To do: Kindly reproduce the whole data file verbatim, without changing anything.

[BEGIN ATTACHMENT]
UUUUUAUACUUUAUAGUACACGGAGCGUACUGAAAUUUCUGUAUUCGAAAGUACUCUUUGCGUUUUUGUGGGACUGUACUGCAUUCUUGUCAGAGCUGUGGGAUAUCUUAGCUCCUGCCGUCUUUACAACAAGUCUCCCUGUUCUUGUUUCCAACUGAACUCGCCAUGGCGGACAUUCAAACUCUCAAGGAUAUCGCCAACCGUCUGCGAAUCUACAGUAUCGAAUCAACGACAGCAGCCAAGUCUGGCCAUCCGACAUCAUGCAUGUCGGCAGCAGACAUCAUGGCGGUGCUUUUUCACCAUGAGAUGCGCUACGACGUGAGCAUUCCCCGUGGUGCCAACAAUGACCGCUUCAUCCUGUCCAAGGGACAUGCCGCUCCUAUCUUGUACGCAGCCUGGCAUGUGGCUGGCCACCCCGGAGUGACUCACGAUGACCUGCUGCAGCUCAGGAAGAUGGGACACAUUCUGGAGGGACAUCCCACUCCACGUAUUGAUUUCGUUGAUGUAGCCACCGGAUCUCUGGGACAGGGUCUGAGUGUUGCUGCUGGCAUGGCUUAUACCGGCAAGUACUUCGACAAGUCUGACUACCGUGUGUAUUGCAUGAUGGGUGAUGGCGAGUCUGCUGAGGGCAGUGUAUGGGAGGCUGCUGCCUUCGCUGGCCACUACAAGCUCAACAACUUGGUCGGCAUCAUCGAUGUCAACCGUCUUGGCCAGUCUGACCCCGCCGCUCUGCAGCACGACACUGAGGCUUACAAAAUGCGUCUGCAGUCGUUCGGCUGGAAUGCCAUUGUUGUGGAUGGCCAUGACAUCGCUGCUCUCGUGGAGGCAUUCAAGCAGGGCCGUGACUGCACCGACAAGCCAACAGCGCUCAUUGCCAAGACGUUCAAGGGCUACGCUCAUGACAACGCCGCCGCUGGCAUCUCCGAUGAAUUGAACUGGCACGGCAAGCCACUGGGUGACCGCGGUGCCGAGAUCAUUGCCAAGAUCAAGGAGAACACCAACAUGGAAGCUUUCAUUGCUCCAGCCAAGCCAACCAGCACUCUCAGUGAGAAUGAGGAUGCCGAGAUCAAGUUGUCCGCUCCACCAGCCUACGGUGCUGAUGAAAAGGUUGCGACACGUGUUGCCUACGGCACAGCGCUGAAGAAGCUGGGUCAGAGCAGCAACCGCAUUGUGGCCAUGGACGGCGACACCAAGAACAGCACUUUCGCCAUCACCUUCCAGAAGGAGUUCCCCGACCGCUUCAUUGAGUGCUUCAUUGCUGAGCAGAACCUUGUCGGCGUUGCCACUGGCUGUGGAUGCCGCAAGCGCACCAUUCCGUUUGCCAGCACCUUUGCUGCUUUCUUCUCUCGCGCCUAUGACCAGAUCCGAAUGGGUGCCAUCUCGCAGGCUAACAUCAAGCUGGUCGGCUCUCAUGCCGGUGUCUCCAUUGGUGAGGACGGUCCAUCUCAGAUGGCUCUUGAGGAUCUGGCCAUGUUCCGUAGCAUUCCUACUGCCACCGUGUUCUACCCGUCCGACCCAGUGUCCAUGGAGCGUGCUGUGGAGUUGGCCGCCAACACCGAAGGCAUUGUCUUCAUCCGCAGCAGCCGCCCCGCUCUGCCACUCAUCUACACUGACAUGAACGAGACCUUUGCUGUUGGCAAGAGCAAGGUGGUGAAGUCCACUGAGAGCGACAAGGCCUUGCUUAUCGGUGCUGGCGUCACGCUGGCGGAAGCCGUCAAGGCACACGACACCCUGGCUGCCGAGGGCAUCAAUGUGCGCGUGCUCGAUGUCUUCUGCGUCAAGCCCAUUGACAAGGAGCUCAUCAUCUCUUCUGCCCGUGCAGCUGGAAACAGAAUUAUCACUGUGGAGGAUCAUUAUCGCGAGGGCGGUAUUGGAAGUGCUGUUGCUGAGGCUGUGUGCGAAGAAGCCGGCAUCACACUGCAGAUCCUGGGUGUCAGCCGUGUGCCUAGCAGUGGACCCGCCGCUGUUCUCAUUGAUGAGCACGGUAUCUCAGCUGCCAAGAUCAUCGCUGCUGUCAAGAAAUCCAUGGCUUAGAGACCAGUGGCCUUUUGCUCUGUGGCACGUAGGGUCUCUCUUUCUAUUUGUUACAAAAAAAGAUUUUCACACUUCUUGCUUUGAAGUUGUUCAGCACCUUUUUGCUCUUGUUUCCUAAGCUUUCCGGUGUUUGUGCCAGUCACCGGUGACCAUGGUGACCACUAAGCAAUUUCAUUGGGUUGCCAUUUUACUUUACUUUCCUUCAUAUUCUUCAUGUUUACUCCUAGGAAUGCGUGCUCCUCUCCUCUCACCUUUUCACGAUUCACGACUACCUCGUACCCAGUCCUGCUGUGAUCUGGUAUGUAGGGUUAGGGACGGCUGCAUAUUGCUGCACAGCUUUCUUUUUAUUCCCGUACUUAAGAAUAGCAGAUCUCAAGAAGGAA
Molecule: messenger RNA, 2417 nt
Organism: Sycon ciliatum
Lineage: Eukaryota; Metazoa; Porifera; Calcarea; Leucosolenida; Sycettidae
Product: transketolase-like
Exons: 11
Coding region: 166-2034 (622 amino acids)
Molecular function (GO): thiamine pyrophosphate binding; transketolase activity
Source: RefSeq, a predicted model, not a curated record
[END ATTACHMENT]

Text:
UUUUUAUACUUUAUAGUACACGGAGCGUACUGAAAUUUCUGUAUUCGAAAGUACUCUUUGCGUUUUUGUGGGACUGUACUGCAUUCUUGUCAGAGCUGUGGGAUAUCUUAGCUCCUGCCGUCUUUACAACAAGUCUCCCUGUUCUUGUUUCCAACUGAACUCGCCAUGGCGGACAUUCAAACUCUCAAGGAUAUCGCCAACCGUCUGCGAAUCUACAGUAUCGAAUCAACGACAGCAGCCAAGUCUGGCCAUCCGACAUCAUGCAUGUCGGCAGCAGACAUCAUGGCGGUGCUUUUUCACCAUGAGAUGCGCUACGACGUGAGCAUUCCCCGUGGUGCCAACAAUGACCGCUUCAUCCUGUCCAAGGGACAUGCCGCUCCUAUCUUGUACGCAGCCUGGCAUGUGGCUGGCCACCCCGGAGUGACUCACGAUGACCUGCUGCAGCUCAGGAAGAUGGGACACAUUCUGGAGGGACAUCCCACUCCACGUAUUGAUUUCGUUGAUGUAGCCACCGGAUCUCUGGGACAGGGUCUGAGUGUUGCUGCUGGCAUGGCUUAUACCGGCAAGUACUUCGACAAGUCUGACUACCGUGUGUAUUGCAUGAUGGGUGAUGGCGAGUCUGCUGAGGGCAGUGUAUGGGAGGCUGCUGCCUUCGCUGGCCACUACAAGCUCAACAACUUGGUCGGCAUCAUCGAUGUCAACCGUCUUGGCCAGUCUGACCCCGCCGCUCUGCAGCACGACACUGAGGCUUACAAAAUGCGUCUGCAGUCGUUCGGCUGGAAUGCCAUUGUUGUGGAUGGCCAUGACAUCGCUGCUCUCGUGGAGGCAUUCAAGCAGGGCCGUGACUGCACCGACAAGCCAACAGCGCUCAUUGCCAAGACGUUCAAGGGCUACGCUCAUGACAACGCCGCCGCUGGCAUCUCCGAUGAAUUGAACUGGCACGGCAAGCCACUGGGUGACCGCGGUGCCGAGAUCAUUGCCAAGAUCAAGGAGAACACCAACAUGGAAGCUUUCAUUGCUCCAGCCAAGCCAACCAGCACUCUCAGUGAGAAUGAGGAUGCCGAGAUCAAGUUGUCCGCUCCACCAGCCUACGGUGCUGAUGAAAAGGUUGCGACACGUGUUGCCUACGGCACAGCGCUGAAGAAGCUGGGUCAGAGCAGCAACCGCAUUGUGGCCAUGGACGGCGACACCAAGAACAGCACUUUCGCCAUCACCUUCCAGAAGGAGUUCCCCGACCGCUUCAUUGAGUGCUUCAUUGCUGAGCAGAACCUUGUCGGCGUUGCCACUGGCUGUGGAUGCCGCAAGCGCACCAUUCCGUUUGCCAGCACCUUUGCUGCUUUCUUCUCUCGCGCCUAUGACCAGAUCCGAAUGGGUGCCAUCUCGCAGGCUAACAUCAAGCUGGUCGGCUCUCAUGCCGGUGUCUCCAUUGGUGAGGACGGUCCAUCUCAGAUGGCUCUUGAGGAUCUGGCCAUGUUCCGUAGCAUUCCUACUGCCACCGUGUUCUACCCGUCCGACCCAGUGUCCAUGGAGCGUGCUGUGGAGUUGGCCGCCAACACCGAAGGCAUUGUCUUCAUCCGCAGCAGCCGCCCCGCUCUGCCACUCAUCUACACUGACAUGAACGAGACCUUUGCUGUUGGCAAGAGCAAGGUGGUGAAGUCCACUGAGAGCGACAAGGCCUUGCUUAUCGGUGCUGGCGUCACGCUGGCGGAAGCCGUCAAGGCACACGACACCCUGGCUGCCGAGGGCAUCAAUGUGCGCGUGCUCGAUGUCUUCUGCGUCAAGCCCAUUGACAAGGAGCUCAUCAUCUCUUCUGCCCGUGCAGCUGGAAACAGAAUUAUCACUGUGGAGGAUCAUUAUCGCGAGGGCGGUAUUGGAAGUGCUGUUGCUGAGGCUGUGUGCGAAGAAGCCGGCAUCACACUGCAGAUCCUGGGUGUCAGCCGUGUGCCUAGCAGUGGACCCGCCGCUGUUCUCAUUGAUGAGCACGGUAUCUCAGCUGCCAAGAUCAUCGCUGCUGUCAAGAAAUCCAUGGCUUAGAGACCAGUGGCCUUUUGCUCUGUGGCACGUAGGGUCUCUCUUUCUAUUUGUUACAAAAAAAGAUUUUCACACUUCUUGCUUUGAAGUUGUUCAGCACCUUUUUGCUCUUGUUUCCUAAGCUUUCCGGUGUUUGUGCCAGUCACCGGUGACCAUGGUGACCACUAAGCAAUUUCAUUGGGUUGCCAUUUUACUUUACUUUCCUUCAUAUUCUUCAUGUUUACUCCUAGGAAUGCGUGCUCCUCUCCUCUCACCUUUUCACGAUUCACGACUACCUCGUACCCAGUCCUGCUGUGAUCUGGUAUGUAGGGUUAGGGACGGCUGCAUAUUGCUGCACAGCUUUCUUUUUAUUCCCGUACUUAAGAAUAGCAGAUCUCAAGAAGGAA
Molecule: messenger RNA, 2417 nt
Organism: Sycon ciliatum
Lineage: Eukaryota; Metazoa; Porifera; Calcarea; Leucosolenida; Sycettidae
Product: transketolase-like
Exons: 11
Coding region: 166-2034 (622 amino acids)
Molecular function (GO): thiamine pyrophosphate binding; transketolase activity
Source: RefSeq, a predicted model, not a curated record